Central Marine Research and Design Institute (CNIIMF) has conducted a comprehensive technical and economic analysis under the project on arranging a transarctic container line. The priority option recommended by CNIIMF is a 6,000 TEU container ship of Arc8 ice class with steerable propellers powered by LNG as the main fuel.
CNIIMF JSC has performed a simulation modelling and a comprehensive technical and economic analysis of a transarctic container line under the Northern Sea Transit Corridor project.
It is increasingly evident that transport corridors between Asia and Europe should be diversified. Geopolitical tension between China and the USA as well as the Suez Canal incident and its implications make it clear that new ways of transportation are needed. However, the alternative Arctic route, despite its shorter distance, had been underestimated until the recent times while its sustainability and economic efficiency was questioned by the expert community. To respond to those questions, State Corporation Rosatom ordered a scientific research aimed at estimation of arctic shipping efficiency, analysis of possible risks and conditions to ensure sustainability of the route.
The work was executed in the framework of the project on development of a container line between the Northwest Europe and the East Asia – Northern Sea Transit Corridor (NSTC). The project foresees establishment of transport and logistic hubs, construction of the Arctic container ships and dev of infrastructure to enhance high efficiency of the transport system and an up-to-date level of services. The development of international transit of containers is run by Rusatom Cargo, integrator of Rosatom’s logistic business.
The purpose of the study is to address the issues related primarily to uninterrupted supply of cargo amid the challenging ice conditions, growing traffic on the NSR and the related demand for icebreakers. In that respect the works included a comprehensive technical and economic analysis and a detailed simulation modelling of a container line as well as development of an organizational and management model of NSTC. CNIIMF acted as a general contractor with the simulation modelling created by Bureau Hyperborea LLC and ice conditions data provided by FSBI Arctic and Antarctic Research Institute. Law Office of St. Petersburg «Inmarin» provides consulting services in the part of legal regulation of container shipping in the Arctic.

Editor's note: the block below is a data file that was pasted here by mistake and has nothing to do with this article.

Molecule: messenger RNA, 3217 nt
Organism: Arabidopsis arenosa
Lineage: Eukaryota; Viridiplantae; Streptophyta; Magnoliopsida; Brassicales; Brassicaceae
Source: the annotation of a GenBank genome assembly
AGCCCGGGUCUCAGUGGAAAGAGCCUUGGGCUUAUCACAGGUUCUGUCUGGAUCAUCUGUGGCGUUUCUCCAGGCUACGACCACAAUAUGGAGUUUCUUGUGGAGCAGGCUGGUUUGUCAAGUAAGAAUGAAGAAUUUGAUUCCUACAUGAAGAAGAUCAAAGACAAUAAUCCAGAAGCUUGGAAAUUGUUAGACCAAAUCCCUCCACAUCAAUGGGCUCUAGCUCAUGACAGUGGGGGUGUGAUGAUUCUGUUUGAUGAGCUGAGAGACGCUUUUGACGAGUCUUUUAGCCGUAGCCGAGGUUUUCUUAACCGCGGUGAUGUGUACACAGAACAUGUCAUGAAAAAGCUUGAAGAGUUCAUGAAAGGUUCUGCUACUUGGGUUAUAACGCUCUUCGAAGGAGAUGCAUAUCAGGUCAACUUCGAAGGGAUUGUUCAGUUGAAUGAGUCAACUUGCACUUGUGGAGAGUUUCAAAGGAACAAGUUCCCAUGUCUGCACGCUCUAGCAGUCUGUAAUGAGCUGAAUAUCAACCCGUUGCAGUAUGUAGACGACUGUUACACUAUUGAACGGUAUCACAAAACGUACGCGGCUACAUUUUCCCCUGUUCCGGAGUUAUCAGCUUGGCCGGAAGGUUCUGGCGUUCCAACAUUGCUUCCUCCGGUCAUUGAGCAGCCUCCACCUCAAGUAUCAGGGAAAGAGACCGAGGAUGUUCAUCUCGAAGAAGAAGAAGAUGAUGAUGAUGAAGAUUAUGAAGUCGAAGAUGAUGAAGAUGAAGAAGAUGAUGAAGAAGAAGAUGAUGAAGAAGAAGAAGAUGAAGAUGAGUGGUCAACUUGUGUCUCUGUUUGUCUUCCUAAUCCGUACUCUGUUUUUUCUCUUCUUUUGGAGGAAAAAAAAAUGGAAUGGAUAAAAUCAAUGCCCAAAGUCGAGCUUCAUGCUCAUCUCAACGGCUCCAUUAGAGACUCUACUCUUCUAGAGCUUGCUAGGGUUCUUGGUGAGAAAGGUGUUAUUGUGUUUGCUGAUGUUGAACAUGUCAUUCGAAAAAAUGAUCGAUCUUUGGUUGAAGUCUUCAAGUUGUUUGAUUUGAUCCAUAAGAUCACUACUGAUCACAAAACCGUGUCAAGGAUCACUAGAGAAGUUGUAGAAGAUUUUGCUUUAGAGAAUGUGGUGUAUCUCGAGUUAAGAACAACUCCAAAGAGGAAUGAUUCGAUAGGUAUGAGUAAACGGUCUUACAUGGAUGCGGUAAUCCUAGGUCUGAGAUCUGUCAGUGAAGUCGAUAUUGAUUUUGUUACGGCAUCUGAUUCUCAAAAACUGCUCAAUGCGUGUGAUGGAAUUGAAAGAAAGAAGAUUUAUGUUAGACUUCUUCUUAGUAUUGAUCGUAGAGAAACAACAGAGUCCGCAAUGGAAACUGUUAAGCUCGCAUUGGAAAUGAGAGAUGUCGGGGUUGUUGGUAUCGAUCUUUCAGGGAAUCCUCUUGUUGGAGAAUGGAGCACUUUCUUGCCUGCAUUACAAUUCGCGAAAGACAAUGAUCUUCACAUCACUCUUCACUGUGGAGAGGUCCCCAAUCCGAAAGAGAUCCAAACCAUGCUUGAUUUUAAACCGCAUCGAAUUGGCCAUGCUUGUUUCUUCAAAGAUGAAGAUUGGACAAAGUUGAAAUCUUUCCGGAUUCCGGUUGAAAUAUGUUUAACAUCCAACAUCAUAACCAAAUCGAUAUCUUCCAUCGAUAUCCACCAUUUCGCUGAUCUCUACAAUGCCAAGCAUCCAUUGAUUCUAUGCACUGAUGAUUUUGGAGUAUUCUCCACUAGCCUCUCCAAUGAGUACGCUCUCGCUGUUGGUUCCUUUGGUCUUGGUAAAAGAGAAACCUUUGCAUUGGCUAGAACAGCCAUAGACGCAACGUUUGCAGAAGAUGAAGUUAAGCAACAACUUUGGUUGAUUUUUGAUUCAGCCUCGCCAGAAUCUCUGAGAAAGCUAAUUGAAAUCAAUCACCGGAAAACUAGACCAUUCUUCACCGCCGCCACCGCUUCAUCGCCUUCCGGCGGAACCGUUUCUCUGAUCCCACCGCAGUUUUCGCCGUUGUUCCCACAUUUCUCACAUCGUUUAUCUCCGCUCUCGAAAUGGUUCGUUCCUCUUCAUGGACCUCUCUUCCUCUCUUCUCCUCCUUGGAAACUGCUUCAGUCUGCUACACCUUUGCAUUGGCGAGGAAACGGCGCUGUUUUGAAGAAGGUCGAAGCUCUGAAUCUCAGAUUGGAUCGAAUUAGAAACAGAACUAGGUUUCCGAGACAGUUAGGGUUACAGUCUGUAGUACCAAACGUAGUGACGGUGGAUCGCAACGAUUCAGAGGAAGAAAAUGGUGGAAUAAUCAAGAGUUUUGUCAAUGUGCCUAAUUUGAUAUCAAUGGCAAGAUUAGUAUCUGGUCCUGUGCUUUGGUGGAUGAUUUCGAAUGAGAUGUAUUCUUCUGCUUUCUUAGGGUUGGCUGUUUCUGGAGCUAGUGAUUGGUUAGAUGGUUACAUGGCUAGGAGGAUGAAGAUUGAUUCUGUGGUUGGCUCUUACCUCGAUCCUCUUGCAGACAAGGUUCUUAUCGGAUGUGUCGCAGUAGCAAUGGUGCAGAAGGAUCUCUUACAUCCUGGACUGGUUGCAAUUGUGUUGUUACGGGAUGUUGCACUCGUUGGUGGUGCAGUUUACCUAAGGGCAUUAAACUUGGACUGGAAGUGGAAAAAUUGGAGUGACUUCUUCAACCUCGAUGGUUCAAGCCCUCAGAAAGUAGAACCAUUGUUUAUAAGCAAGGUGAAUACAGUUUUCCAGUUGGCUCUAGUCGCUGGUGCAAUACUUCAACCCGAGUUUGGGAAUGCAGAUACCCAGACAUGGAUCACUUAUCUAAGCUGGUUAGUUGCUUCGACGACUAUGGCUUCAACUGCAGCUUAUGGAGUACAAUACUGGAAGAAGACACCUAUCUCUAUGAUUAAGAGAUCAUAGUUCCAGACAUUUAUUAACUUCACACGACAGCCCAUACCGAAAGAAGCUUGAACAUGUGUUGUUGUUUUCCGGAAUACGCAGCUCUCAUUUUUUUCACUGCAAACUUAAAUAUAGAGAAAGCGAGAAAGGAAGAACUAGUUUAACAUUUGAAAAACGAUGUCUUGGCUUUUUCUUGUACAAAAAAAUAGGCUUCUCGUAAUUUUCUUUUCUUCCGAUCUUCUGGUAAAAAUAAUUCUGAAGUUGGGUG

The study considered different configurations of the transport system including both direct shipping between the target ports of Asia and Europe and alternatives that foresee transshipment in transport and logistic hubs in the west and in the east of Russia.
When considering the NSTC organizational and management aspects, the researchers defined the requirements on cargo safety during transportation, storage and moving in ports, developed recommendations on legal regulations of container shipping in the Arctic, considered alternatives of cargo/ship/crew insurance, determined types of ownership and operation transport and logistic hubs and commercial ships as well as suggested patterns of interaction with target container terminals and owners of feeder ships in Asia and Europe.
The task of the NSTC simulation modelling was to find the ways for raising sustainability and regularity of the transport system operation. The simulation modelling took into consideration numerous technical details, physical and logistic processes and parameters that let the computer model approach the maximum realistic conditions. The model simulates the fleet operation, dynamics of wind/wave/ice conditions, defines the parameters of ships movement and fuel consumption, takes into account navigation conditions on the routes, simulates the process of container transshipment in ports in certain weather and technological conditions as well as describes the operation of icebreakers and the docking of ships.